Zero Trust evaluates against each resource separately, so every time a user needs access to a particular app, they must prove they are someone who needs access to that resource before being able to use it. ZTNA is especially important for companies employing a hybrid workforce where employees constantly shift locations.

Zero Trust’s Three Core Principles

Zero Trust is not a single solution but rather a combination of third-party services that operate simultaneously and follow three core principles:

  • Everyone Is a Threat: By assuming everyone and everything is a threat, organizations are more prepared for actual threats when they do occur. Through continuous authentication and authorization of all Internet of Things (IoT) devices, users, locations, and data sources, organizations reduce risk by uncovering what’s on the network and how it’s operating.
  • Reduce Attack Surface: The Zero Trust model employs microsegmentation, enabling admins to monitor and control information between applications and servers. Isolating your network’s assets limits the attack surface, eliminates the risk of lateral movement by attackers, and prevents exposed devices from damaging other resources.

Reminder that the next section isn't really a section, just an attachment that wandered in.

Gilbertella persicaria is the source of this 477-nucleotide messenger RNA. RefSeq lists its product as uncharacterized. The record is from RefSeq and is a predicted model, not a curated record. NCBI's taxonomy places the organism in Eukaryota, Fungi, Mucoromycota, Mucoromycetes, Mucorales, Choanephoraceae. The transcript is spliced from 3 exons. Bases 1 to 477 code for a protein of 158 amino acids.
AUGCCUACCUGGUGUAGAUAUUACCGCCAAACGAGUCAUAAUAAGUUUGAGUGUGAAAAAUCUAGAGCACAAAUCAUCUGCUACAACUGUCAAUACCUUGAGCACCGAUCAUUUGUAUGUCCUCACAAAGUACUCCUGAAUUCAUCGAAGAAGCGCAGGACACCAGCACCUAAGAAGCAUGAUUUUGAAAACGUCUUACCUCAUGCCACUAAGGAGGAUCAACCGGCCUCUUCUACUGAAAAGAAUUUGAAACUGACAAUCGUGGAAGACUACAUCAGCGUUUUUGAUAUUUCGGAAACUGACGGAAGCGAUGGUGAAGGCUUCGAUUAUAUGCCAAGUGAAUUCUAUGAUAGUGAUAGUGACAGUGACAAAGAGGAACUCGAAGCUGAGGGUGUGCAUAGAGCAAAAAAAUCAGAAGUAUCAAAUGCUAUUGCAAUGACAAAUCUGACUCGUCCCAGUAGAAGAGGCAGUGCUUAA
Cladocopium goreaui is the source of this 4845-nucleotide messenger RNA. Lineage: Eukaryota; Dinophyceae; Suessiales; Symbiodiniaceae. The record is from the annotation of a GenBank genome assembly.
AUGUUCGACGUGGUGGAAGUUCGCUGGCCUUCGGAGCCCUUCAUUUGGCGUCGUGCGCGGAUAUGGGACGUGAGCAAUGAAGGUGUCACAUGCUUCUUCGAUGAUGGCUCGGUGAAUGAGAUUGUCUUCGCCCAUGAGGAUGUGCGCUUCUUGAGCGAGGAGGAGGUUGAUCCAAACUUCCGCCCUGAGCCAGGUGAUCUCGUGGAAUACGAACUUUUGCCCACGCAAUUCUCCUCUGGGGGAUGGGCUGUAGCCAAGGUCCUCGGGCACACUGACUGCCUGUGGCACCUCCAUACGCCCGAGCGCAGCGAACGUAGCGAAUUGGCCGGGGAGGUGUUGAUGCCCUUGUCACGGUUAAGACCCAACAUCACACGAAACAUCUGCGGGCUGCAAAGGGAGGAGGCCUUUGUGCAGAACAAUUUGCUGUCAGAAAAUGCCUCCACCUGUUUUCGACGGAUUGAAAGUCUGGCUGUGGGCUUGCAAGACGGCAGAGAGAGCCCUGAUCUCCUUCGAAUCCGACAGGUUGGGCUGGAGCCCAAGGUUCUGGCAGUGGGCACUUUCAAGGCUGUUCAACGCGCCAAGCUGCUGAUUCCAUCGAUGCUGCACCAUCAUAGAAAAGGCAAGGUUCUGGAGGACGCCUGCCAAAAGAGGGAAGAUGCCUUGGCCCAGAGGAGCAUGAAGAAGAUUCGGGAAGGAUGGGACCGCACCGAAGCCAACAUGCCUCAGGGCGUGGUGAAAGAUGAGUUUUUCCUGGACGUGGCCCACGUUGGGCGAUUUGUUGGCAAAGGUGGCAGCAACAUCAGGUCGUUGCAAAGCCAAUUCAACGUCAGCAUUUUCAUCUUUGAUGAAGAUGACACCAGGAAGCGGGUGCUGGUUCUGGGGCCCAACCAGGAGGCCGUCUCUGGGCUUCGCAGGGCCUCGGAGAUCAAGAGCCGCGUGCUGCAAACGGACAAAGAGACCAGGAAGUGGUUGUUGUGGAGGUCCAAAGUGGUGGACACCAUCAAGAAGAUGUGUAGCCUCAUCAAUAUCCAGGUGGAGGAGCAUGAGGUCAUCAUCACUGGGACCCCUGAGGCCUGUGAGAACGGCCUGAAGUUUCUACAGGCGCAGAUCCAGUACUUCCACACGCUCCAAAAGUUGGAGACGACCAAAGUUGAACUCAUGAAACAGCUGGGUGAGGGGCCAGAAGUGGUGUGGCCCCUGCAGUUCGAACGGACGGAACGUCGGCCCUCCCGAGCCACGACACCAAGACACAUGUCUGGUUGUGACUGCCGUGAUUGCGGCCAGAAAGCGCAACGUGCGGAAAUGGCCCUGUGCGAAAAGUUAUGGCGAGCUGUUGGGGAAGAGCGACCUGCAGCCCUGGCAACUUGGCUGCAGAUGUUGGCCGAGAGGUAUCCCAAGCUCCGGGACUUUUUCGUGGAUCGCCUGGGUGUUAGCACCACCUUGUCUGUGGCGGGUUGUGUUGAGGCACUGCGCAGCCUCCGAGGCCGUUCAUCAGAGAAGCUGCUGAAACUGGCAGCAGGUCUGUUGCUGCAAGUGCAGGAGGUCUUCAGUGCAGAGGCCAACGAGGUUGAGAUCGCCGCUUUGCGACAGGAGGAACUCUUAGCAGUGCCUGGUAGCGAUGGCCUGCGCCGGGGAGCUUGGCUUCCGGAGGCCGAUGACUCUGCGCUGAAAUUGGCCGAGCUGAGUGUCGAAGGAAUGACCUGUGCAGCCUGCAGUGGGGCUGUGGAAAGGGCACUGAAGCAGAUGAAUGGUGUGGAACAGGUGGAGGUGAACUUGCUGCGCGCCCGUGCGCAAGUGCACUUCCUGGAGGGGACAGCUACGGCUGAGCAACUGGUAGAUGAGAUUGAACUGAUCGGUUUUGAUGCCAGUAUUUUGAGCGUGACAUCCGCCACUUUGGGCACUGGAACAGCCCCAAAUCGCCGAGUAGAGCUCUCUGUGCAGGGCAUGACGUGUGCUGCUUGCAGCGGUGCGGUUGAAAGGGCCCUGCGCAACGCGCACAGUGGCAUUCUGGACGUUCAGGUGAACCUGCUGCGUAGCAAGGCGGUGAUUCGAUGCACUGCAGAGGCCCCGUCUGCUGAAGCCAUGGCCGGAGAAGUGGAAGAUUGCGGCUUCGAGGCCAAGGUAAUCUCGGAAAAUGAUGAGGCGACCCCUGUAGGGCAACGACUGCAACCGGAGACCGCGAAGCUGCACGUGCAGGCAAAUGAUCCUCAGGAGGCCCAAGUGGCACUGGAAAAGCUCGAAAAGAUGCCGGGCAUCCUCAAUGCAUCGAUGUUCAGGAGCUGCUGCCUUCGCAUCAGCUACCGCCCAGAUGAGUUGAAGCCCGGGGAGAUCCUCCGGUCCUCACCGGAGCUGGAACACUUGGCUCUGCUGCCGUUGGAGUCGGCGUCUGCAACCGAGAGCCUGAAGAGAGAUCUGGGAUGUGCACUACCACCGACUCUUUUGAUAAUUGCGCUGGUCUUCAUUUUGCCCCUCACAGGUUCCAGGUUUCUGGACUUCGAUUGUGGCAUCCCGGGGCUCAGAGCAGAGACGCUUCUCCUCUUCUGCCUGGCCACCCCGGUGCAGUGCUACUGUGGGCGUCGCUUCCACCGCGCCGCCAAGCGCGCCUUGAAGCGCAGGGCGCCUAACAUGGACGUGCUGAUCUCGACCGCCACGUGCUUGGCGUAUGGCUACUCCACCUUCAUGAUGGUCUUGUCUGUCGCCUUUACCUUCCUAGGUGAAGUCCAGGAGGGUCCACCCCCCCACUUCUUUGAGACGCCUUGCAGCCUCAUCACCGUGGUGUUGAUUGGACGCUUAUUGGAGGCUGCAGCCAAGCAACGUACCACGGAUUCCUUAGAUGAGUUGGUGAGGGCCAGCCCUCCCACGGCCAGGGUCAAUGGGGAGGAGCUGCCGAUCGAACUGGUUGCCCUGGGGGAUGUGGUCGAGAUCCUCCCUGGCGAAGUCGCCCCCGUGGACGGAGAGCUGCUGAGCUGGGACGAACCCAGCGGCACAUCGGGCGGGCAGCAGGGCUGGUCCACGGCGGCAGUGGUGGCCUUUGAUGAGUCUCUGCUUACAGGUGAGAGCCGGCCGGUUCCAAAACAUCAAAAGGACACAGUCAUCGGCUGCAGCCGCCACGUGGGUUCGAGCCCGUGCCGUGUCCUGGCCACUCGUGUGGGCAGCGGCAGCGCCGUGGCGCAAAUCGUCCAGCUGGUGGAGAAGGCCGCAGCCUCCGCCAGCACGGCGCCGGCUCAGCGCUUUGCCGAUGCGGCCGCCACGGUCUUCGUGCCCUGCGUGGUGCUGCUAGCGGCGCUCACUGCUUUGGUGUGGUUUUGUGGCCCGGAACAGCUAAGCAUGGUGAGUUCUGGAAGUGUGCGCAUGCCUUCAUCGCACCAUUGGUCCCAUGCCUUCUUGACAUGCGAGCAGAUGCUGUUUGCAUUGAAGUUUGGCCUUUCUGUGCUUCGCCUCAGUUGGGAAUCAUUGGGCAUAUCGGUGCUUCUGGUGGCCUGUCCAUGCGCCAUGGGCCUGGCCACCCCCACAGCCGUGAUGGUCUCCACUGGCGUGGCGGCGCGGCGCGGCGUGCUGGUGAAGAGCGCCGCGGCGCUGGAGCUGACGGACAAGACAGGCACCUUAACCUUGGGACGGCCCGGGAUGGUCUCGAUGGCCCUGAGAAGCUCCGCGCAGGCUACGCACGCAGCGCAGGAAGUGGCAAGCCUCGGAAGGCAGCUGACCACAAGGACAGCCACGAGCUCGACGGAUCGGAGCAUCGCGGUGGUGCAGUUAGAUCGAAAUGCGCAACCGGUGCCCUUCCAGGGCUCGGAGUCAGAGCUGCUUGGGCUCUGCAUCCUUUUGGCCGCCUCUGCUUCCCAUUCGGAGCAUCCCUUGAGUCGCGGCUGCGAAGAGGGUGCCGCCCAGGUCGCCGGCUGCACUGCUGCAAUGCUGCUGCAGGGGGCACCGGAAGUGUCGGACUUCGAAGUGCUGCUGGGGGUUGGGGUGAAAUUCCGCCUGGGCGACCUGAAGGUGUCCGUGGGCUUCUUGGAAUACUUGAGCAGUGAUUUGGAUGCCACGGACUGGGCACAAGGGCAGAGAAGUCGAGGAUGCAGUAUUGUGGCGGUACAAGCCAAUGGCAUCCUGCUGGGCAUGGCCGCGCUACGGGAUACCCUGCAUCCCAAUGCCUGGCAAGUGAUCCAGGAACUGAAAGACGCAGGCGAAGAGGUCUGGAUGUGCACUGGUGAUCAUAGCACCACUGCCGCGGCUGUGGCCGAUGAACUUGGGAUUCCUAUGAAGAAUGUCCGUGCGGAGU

• Minimize User Access to Resources:  Zero Trust only allows users access to necessary applications they need to perform their jobs and doesn’t offer them direct access to the network without verification. Following the Principle of Least Privilege (PoLP), Zero Trust prevents users, accounts, and processes from having broad network access, significantly reducing network vulnerabilities. 

Now that you get the gist of what Zero Trust is and it’s core principles, let’s help you establish a base for how to start your Zero Trust journey.

The Path to a Zero Trust Architecture

 Zero Trust Isn’t a “One Size Fits All” Solution

It’s important to note that the Zero Trust model isn’t an all-or-nothing approach. This common misconception has caused organizations to balk at starting their Zero Trust journey. Knowing that there isn’t one correct path to Zero Trust and choosing a starting point that aligns with your organization’s goals makes all the difference in building a highly secure network. Start by prioritizing your needs and implementing ZTNA with a step-by-step approach by asking yourself three questions:

Zero Trust Part 1

Answering these questions will help your organization develop a strategy to begin implementing Zero Trust on top of your current infrastructure. Begin with your most critical assets before you try implementing solutions on a broader scope. Rome wasn’t built in a day; your Zero Trust Network won’t be either. 

Regardless of your starting point, you can expect to receive immediate security, risk reduction, and investment returns. 

On Deck: Why Printing?

So far, we’ve covered Zero Trust, its core principles, and how to begin building towards ZTNA. 

In part two of our five-part series, we’ll answer the following questions:

  • Why should organizations start a ZTNA strategy with their endpoints?


  • How is printing involved in Zero Trust?


  • Why are printers a security weak link?

Click here to read part two.